3D Printed Engine Gets Carburetor

3D printed materials have come a long way in the last decade or so as printers have become more and more mainstream. Printers can use all kinds of different plastics with varying physical characteristics, and there are even printers now for other materials like concrete and metal. But even staying within the realm of the plastic printer can do a lot of jobs you might not expect. [Camden Bowen] recently 3D printed a single-piston engine which nearly worked, and is back with some improvements to it thanks to a small carburetor.

The carburetor itself isn’t 3D printed (although not from lack of trying) — it’s on loan from a weed eater, and is helping to solve a problem with the fuel-air mixture of his original design. Switching from butane to a liquid fuel also solved some problems as well, and using starter fluid also helped to kick off the ignition. Although it ran for a short period of time over several starts, the valve train suffered some damage with the exhaust valves melting in place to the head. This is actually a problem common to any internal combustion engine like this, especially if the fuel-air mixture is too lean, there’s incomplete combustion, the valves aren’t adjusted properly, or any number of other problems. In this case it seems to have been caused by improper engine timing.

It’s actually noteworthy though that the intake valves weren’t burned, meaning that if the engine can be tuned to allow for complete combustion before the exhaust gasses leave the combustion chamber, the plastic 3D printed head and valve train will likely survive much longer operational periods. We’ll certainly look forward to the next iteration of this engine build to see if that’s the case. If 3D printed piston engines aren’t your speed, though, take a look at this jet engine which uses a 3D printed compressor.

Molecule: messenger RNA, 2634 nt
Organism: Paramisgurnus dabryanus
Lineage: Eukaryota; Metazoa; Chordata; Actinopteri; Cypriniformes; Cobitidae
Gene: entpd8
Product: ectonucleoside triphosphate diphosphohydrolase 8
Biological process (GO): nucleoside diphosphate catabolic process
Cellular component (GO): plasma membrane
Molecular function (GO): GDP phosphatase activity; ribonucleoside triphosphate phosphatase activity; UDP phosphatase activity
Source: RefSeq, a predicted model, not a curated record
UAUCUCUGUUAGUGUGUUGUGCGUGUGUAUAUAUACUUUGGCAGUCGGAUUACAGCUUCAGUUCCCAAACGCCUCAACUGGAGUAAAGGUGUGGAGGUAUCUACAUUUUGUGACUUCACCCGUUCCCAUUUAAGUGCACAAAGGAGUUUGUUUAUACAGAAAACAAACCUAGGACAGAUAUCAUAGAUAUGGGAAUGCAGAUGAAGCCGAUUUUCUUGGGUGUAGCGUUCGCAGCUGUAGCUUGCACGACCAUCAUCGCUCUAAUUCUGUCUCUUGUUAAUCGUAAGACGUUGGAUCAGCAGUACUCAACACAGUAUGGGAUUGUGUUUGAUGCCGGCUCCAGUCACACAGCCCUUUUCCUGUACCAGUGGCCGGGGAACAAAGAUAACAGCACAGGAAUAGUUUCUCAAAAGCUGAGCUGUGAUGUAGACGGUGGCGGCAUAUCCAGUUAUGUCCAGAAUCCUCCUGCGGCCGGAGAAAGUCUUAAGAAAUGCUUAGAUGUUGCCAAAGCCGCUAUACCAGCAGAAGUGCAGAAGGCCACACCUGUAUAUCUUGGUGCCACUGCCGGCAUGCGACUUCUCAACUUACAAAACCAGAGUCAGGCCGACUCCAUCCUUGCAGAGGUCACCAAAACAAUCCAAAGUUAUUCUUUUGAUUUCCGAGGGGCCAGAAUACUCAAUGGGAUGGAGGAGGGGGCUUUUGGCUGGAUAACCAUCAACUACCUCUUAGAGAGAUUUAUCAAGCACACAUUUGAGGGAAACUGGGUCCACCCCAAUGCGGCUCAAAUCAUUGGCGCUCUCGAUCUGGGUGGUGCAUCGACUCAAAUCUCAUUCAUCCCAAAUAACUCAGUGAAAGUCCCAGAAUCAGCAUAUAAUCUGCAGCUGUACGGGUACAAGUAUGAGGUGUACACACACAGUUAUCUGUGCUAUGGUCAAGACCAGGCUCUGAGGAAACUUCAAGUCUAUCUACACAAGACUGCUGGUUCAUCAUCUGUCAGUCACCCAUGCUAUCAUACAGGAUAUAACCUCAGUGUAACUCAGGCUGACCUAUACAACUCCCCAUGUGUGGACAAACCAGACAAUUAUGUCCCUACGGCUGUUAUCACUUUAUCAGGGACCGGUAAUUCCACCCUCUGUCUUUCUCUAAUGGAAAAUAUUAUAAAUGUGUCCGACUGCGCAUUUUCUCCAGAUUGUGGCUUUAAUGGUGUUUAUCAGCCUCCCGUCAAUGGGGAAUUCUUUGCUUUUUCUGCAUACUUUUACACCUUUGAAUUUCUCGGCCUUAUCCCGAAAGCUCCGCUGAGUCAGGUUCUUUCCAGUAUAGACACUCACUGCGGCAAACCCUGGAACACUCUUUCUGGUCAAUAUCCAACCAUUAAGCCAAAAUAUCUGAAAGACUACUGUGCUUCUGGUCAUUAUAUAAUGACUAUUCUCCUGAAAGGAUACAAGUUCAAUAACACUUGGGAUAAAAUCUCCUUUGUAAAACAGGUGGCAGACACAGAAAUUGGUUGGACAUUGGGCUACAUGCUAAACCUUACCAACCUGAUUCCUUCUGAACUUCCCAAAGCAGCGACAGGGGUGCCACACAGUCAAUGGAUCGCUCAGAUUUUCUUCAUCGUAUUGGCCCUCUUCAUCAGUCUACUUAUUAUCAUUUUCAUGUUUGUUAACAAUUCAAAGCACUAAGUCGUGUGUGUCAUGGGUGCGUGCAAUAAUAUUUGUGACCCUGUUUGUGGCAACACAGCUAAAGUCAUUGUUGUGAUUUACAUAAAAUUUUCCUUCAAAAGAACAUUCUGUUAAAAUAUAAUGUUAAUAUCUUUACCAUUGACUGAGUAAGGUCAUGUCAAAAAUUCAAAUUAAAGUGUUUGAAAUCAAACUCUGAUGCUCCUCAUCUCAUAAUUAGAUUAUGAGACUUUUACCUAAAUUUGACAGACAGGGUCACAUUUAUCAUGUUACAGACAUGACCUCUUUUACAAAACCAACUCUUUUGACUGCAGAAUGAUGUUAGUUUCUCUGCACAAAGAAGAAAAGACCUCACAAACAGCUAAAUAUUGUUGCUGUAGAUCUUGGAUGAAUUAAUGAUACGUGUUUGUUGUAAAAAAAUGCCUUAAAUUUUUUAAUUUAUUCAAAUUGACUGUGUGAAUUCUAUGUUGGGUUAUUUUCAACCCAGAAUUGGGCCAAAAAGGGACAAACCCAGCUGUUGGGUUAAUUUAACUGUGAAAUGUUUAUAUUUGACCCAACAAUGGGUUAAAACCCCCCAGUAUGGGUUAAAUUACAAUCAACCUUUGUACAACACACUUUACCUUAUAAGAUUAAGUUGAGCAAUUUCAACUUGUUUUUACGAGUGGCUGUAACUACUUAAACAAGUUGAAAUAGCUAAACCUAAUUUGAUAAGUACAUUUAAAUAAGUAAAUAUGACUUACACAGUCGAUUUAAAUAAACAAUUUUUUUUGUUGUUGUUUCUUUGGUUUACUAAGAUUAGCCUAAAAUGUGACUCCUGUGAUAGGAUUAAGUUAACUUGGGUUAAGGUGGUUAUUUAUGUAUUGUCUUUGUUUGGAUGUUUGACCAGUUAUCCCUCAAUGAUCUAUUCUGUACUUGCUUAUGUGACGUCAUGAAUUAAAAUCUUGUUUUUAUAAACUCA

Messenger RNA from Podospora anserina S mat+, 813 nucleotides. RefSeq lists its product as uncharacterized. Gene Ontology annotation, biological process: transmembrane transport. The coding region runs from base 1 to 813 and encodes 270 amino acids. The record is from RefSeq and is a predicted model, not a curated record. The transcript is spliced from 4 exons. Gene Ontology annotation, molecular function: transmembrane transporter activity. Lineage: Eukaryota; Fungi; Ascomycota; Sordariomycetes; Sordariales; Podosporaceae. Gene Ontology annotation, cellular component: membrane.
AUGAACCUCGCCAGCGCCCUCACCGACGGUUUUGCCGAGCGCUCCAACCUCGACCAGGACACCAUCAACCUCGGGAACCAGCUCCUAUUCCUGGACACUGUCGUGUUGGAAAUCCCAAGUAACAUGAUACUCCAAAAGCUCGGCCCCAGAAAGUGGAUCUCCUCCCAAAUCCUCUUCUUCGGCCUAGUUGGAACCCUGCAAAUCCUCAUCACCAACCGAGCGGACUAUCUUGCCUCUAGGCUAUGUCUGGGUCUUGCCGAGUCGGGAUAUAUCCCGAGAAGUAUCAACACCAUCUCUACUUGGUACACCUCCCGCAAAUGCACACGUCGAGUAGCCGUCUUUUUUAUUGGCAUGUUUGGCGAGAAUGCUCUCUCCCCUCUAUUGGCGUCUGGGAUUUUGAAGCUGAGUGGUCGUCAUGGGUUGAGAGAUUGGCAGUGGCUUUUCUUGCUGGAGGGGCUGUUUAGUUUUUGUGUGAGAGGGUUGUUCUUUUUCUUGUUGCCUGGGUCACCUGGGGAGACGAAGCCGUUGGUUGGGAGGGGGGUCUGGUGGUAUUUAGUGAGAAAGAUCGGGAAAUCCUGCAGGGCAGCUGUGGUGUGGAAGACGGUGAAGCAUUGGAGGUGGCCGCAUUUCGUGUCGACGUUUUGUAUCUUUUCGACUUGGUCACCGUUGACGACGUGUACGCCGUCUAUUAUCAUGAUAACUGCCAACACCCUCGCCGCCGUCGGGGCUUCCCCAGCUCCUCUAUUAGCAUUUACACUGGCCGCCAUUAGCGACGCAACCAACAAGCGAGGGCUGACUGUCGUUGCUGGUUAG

Thanks to [Rickert] for the tip!

14 thoughts on “3D Printed Engine Gets Carburetor

  1. Or, y’know, the exhaust valve melted because it’s made of plastic and being repeatedly exposed to 900 C gas exiting the cylinder. What’s the temperature of the 3D printer’s hotend?

    It might survive longer if made thin and filled with water to sink heat, but without a way to circulate the water into and out of the body of the valve that’s only a temporary measure.

    1. This. Even metal valves, particularly exhaust valves, depend on their intervals of contact with the cylinder head to cool them so they won’t be damaged by the heat. This in turn depends on them being made of a material that conducts heat well. Plastic don’t cut it.

      1. Some older high performance engines used sodium filled valve stems to draw heat from the valve to the stem for dissipation. Sodium melts at around 98°C, and can carry a good amount of heat via convection. Newer alloys have made these obsolete, though.

    2. Well.. getting it to run for a brief time is still getting it to run. I imagine it’s still a thorough learning process and he will still have that knowledge and probably even the STLs if/when metal printing becomes more accessible.

  2. “The carburetor itself isn’t 3D printed (although not from lack of trying) — it’s on loan from a weed eater[…]”

    I don’t recall it being 3D printed, but the Smarter Every Day YouTube channel demonstrated how a carburetor works by using one made from transparent plastic.

    1. Leave it to armchair experts to misinterpret constructive criticism.

      There are already several suggestions posted here that would support running for substantially longer before thermal failure. That’s far from “can’t be done”. It’s more in the vein of “if you stop overlooking some simple factors, success becomes easier and more complete”.

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